"You're so smart!" "You're so kind!" "You're so handsome!" "You're so funny!" "You're so strong!" "You're such a good brother!"
We can't give our children high self-esteem. After promoting self-esteem for two decades, we are seeing more depression and anxiety in young people, not higher levels of self-confidence. It turns out that telling kids they are great all the time doesn't help them that much; instead, it makes them suspicious of adults because they can see that they're not as good at doing some things as other kids are...Okay, so now we're realizing that "instilling self-esteem" doesn't do that much good. Maybe, if done too much, even some damage? Kids aren't dumb. They know they're not the best at everything...
But there's got to be a balance, because most kids excel in SOMEthing. How do I want my kids to view themselves? What does a healthy view of self look like?
Here's an excerpt from a post I wrote back in November:
My pastor gave a sermon a few months back and he made a point I don’t think I’ll ever forget. He quoted Ray Ortlund as saying “We need a sense of sin. We shouldn’t fear it or resent it. It’s not destructive; it’s actually life-giving.” And then he said, “We don’t need more self-esteem. We need more self-awareness and humility and more Christ-esteem.”
Wow! A sense of sin is life-giving! The more I’ve thought about it, the more I believe it to be absolutely true. If I don’t think I’m a sinner, then why would I need a Savior? If I don’t gently show my boys their sin, but instead try to give them a false sense of sufficiency in themselves (much of what I think our culture tries to do in the name of “good self-esteem”), I do them a major disservice. I can give them a gift. I can lovingly show them their shortcomings and point them to find their esteem in the only one who can truly give it: Christ. They will fail themselves, but HE will never fail.
I am not saying that I'm going to beat my boys over the head every time they do something wrong and say, “See? You need Jesus!” And I AM going to encourage them. My point is, I’d much rather be the one to help them see the reality of who they are than the world. Hopefully, through the lens of Scripture, I can do it more lovingly than their peers and more truthfully than the world's "wisdom."
And what the Bible has to say looks a little different than what the world's been telling us for years. Instead of teaching us to boast in our abilities, it says we are to embrace our weakness... to boast in it. Say what?!? So that the power of Christ can rest upon me. When I am weak then I am strong. Boast in the Cross. Because that's where true strength comes from. (2 Corinthians 12:9-10)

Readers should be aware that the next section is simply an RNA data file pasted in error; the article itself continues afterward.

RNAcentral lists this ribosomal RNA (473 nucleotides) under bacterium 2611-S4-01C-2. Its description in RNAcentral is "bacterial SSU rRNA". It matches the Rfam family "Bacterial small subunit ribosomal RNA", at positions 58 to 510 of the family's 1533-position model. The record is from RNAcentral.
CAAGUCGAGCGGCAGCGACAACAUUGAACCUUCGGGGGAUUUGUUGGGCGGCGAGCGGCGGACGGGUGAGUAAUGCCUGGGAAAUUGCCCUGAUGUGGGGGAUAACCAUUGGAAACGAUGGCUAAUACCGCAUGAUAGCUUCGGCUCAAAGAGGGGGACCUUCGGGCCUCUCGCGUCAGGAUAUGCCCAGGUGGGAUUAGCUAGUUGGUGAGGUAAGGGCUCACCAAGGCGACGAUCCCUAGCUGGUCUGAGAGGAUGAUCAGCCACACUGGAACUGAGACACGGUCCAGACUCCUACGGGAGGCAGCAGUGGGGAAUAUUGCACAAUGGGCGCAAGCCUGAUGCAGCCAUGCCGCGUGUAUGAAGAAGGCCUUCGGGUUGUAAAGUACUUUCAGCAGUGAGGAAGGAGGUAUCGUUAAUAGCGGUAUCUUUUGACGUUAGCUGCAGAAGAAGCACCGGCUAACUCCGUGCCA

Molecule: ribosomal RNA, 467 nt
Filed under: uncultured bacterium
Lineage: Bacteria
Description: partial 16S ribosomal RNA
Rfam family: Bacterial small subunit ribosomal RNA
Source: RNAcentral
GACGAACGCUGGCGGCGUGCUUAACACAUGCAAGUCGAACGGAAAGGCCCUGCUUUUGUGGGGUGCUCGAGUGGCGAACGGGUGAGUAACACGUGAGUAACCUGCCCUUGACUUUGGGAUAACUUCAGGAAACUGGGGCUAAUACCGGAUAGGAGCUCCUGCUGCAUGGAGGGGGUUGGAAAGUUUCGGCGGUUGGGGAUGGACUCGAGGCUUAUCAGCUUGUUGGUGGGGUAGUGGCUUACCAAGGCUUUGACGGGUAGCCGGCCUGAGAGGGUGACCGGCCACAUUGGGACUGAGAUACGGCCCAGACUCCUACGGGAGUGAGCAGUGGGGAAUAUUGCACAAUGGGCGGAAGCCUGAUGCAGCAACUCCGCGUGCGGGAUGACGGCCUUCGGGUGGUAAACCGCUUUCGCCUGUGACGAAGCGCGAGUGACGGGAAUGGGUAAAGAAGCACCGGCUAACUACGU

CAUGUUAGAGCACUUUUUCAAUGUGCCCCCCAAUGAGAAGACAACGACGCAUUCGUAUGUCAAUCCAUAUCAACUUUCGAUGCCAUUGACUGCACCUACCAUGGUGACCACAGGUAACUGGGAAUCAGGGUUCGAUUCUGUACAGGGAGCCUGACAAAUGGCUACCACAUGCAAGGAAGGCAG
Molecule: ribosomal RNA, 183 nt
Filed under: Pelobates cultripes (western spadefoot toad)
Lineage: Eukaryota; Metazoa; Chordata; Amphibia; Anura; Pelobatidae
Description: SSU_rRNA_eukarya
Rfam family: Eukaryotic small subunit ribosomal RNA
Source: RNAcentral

So, what should I believe about myself? What should I help my children to understand about themselves?
My heart (their hearts) are deceitful above all things and desperately wicked. (Jer. 17:9)
I (they) have sinned and fallen short of the glory of God. (Rom. 3:23)
There is not a righteous person (that includes me and my kiddos) on earth who does what is right and never sins. (Ecc. 7:20)
I (they) are fearfully and wonderfully made (Ps. 139:14)
I (they) are made in the image of God. (Gen. 1:27)
God so loved the world (including me and my boys) that he gave his one and only Son (Jn. 3:16)
Christ died for my (their) sins. (1 Cor. 15:3)
I (they) can do all things through Christ who gives them strength (Phil. 4:13)
I don't know about you, but I'm not that awesome. I fail pretty frequently (i.e. daily, hourly... even more). I'd much rather have Christ-esteem than self-esteem. And I'd much rather "instill" that in my boys. I pray that my kids grow to be happy, confident children. But I pray that this stems from them putting their hope in the true Source of happiness and confidence and not in themselves.
So like any parent that loves their child, I will encourage my kids and help them discover the gifts they've been given. I will take note of and applaud the things they do well. But my goal is not to give them confidence in their abilities. My goal is to help them see from Whom those strengths come and to help them boast in their weaknesses for the glory of God.
There's not a lot of room for "esteeming self" in that equation.
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